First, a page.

The city treats cyclists with respect. A series of sound transportation policies has maintained a carfree urban space, favouring walking, public transport and predominantly cycling. This has resulted in a major trend away from car-use to bike-use in the city of Groningen. Between 1989 and 2000, 23 million Euros have been invested in cycling infrastructure and the annual amount continues to grow. Investments have been made in expanding the network of cycling lanes, improving the pavements, bridges for cyclists, many more bike parking facilities – make cycling faster and more convenient in the city. As cycling is the lifeblood of the city, it has been given adequate space and time to flow safely and efficiently.
During the 1980s and 1990s a parking policy was strictly implemented. Car parking with time restrictions was introduced in a broad radius around the inner city. Park and Ride areas were created combined with city buses and other high quality public transport. But overall, cycling policy has been central to the traffic plans, and in contrast car accessibility has been restricted within the city centre.
Reaping the Rewards
Over a long period of time local authorities have made clear choices, however manifold criticised. Traffic circulation plans were based on the concentration of motorised traffic into a limited road space on the outskirts of the city, and developing a very coherent, comfortable and dense cycle network. This is the result of a clear vision of urban development – based on the idea that a city is for its people. Groningen is a compact city, and for now at least, continues to stay this way. For example, newly built neighbourhoods are no more than 6 km from the city centre. Residential areas are developed with good connections to the city centre and green lungs in between. There are entire housing developments built along major bicycle and scooter ‘roadways’, massive bike parks everywhere, many roads that are one way for cars but two way for bikes, and special signal phases for bikes. Groningen municipality research showed in 2008 78% of residents and 90% of employees now live within 3 km of the city centre.
There are some interesting economic repercussions to come out of replacing space for cars with greenery, pedestrianisation, cycleways and bus lanes. Banning car traffic has boosted jobs and business. Groningen’s economic development has improved, particularly for businesses which were once in revolt against car restraint, but now are clamouring for more of it. The main function of the inner city has become a successful mix of living, working and shopping.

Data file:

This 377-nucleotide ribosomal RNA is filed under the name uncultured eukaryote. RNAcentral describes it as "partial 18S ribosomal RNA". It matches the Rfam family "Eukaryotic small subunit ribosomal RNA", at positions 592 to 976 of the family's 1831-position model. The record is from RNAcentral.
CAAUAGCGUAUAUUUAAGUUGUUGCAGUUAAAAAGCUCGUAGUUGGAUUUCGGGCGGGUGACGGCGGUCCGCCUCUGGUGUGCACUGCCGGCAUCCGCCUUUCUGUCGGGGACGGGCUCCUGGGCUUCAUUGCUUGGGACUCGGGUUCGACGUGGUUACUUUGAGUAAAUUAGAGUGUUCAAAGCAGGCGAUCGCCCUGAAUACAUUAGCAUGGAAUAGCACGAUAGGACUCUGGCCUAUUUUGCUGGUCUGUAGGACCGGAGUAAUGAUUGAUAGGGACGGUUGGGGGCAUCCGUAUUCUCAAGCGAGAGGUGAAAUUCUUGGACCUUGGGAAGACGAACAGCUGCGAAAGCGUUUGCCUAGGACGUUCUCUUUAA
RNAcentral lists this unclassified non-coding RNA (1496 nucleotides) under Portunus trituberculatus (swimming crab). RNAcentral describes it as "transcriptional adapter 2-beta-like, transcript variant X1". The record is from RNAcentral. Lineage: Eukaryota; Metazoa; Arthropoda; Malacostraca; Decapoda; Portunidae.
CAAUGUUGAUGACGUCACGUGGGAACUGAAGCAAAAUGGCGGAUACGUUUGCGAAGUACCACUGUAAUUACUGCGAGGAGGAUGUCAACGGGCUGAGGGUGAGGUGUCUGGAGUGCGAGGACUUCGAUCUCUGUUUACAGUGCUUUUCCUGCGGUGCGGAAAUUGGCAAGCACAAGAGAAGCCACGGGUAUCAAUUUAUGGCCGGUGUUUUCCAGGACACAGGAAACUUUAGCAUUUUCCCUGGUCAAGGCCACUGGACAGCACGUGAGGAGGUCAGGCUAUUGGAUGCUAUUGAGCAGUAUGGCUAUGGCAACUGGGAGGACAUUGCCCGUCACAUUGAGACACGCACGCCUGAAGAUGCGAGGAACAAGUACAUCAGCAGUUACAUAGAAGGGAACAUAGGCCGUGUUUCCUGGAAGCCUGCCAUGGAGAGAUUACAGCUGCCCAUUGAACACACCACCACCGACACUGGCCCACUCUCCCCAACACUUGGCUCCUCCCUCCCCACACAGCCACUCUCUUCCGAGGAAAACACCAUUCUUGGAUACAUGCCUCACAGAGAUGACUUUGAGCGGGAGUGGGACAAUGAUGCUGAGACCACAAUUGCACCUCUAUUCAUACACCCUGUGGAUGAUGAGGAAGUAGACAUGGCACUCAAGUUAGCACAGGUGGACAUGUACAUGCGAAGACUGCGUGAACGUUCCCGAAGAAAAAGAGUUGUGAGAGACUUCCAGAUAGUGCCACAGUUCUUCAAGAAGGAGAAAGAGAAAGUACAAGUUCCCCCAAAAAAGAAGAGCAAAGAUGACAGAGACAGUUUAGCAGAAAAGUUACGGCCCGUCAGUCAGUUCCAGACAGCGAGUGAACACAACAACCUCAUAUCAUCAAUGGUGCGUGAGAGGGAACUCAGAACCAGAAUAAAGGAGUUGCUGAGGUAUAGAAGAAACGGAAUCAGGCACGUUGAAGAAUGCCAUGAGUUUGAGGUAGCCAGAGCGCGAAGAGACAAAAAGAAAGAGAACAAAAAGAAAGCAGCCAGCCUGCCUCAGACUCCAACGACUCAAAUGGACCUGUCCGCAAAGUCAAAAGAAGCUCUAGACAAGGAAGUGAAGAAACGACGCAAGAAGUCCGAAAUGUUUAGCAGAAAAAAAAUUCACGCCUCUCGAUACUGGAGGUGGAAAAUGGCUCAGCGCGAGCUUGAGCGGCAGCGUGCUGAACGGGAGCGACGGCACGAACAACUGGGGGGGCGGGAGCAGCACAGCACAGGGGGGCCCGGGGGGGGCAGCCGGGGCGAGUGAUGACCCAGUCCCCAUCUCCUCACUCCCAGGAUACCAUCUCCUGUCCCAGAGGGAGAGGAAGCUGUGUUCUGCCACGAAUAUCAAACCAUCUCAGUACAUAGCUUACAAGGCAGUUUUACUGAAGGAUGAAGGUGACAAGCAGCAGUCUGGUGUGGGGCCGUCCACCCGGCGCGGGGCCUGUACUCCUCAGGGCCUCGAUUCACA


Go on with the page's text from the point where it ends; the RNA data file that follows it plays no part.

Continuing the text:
Cycling into the Future
Groningen undoubtedly leads the way in the ‘cyclisation’ of European cities, but many others are putting two wheels in motion to follow its example. However, no other European city can match Groningen’s record, where 57% of all trips around the city are on bikes, but in quite a few cities the ratio is rising to a third or more.
The impressive high rate of cycling in Groningen can be explained best by consistent urban development and transportation policies based on reclaiming inner city space from cars, making it into a living room for its people. This spatial concept of city development has undoubtedly been rooted in the clear political vision of the social democrats for several decades. Such legislative commitments do seem to be the key in getting citizens to kick the car habit. Apart from a political vision, many other actors involved in making Groningen the ‘World’s cycling city’ cannot be ignored – the cyclists themselves. In a nutshell, the success of cycling in Groningen can be explained as a result of a strong vision for a liveable city for its people.
Groningen in Numbers
Population: 180,000 inhabitants
Size of Groningen: 87 square kilometres
Number of residents travelling by bike: 57%
Average number of cycling trips each day: 1.4 per person
Number of cycling routes in Groningen: 46
Number using cycling routes each day: 216,000
By Ton Daggers
Illustration by Annette van der Molen